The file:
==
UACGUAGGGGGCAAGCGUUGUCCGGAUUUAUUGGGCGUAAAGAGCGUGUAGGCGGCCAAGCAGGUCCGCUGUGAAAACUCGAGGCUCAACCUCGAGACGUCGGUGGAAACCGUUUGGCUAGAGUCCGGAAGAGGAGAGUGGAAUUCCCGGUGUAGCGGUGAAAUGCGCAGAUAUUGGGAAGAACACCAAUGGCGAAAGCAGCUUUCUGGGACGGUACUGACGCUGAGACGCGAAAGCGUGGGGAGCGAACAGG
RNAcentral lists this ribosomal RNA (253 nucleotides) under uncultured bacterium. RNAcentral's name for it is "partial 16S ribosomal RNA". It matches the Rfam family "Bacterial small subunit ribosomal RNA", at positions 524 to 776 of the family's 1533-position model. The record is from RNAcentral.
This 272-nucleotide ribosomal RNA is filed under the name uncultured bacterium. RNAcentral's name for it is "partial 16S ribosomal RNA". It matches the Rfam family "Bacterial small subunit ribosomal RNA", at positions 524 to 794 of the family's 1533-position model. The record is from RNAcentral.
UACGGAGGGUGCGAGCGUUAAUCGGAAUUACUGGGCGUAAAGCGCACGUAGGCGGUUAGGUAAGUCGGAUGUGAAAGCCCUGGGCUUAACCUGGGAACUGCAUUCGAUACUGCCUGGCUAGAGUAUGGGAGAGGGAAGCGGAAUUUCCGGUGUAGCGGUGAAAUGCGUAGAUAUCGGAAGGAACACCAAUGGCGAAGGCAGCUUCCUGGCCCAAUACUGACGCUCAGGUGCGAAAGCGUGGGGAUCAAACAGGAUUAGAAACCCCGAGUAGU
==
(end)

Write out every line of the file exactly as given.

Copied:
UACGUAGGGGGCAAGCGUUGUCCGGAUUUAUUGGGCGUAAAGAGCGUGUAGGCGGCCAAGCAGGUCCGCUGUGAAAACUCGAGGCUCAACCUCGAGACGUCGGUGGAAACCGUUUGGCUAGAGUCCGGAAGAGGAGAGUGGAAUUCCCGGUGUAGCGGUGAAAUGCGCAGAUAUUGGGAAGAACACCAAUGGCGAAAGCAGCUUUCUGGGACGGUACUGACGCUGAGACGCGAAAGCGUGGGGAGCGAACAGG
RNAcentral lists this ribosomal RNA (253 nucleotides) under uncultured bacterium. RNAcentral's name for it is "partial 16S ribosomal RNA". It matches the Rfam family "Bacterial small subunit ribosomal RNA", at positions 524 to 776 of the family's 1533-position model. The record is from RNAcentral.
This 272-nucleotide ribosomal RNA is filed under the name uncultured bacterium. RNAcentral's name for it is "partial 16S ribosomal RNA". It matches the Rfam family "Bacterial small subunit ribosomal RNA", at positions 524 to 794 of the family's 1533-position model. The record is from RNAcentral.
UACGGAGGGUGCGAGCGUUAAUCGGAAUUACUGGGCGUAAAGCGCACGUAGGCGGUUAGGUAAGUCGGAUGUGAAAGCCCUGGGCUUAACCUGGGAACUGCAUUCGAUACUGCCUGGCUAGAGUAUGGGAGAGGGAAGCGGAAUUUCCGGUGUAGCGGUGAAAUGCGUAGAUAUCGGAAGGAACACCAAUGGCGAAGGCAGCUUCCUGGCCCAAUACUGACGCUCAGGUGCGAAAGCGUGGGGAUCAAACAGGAUUAGAAACCCCGAGUAGU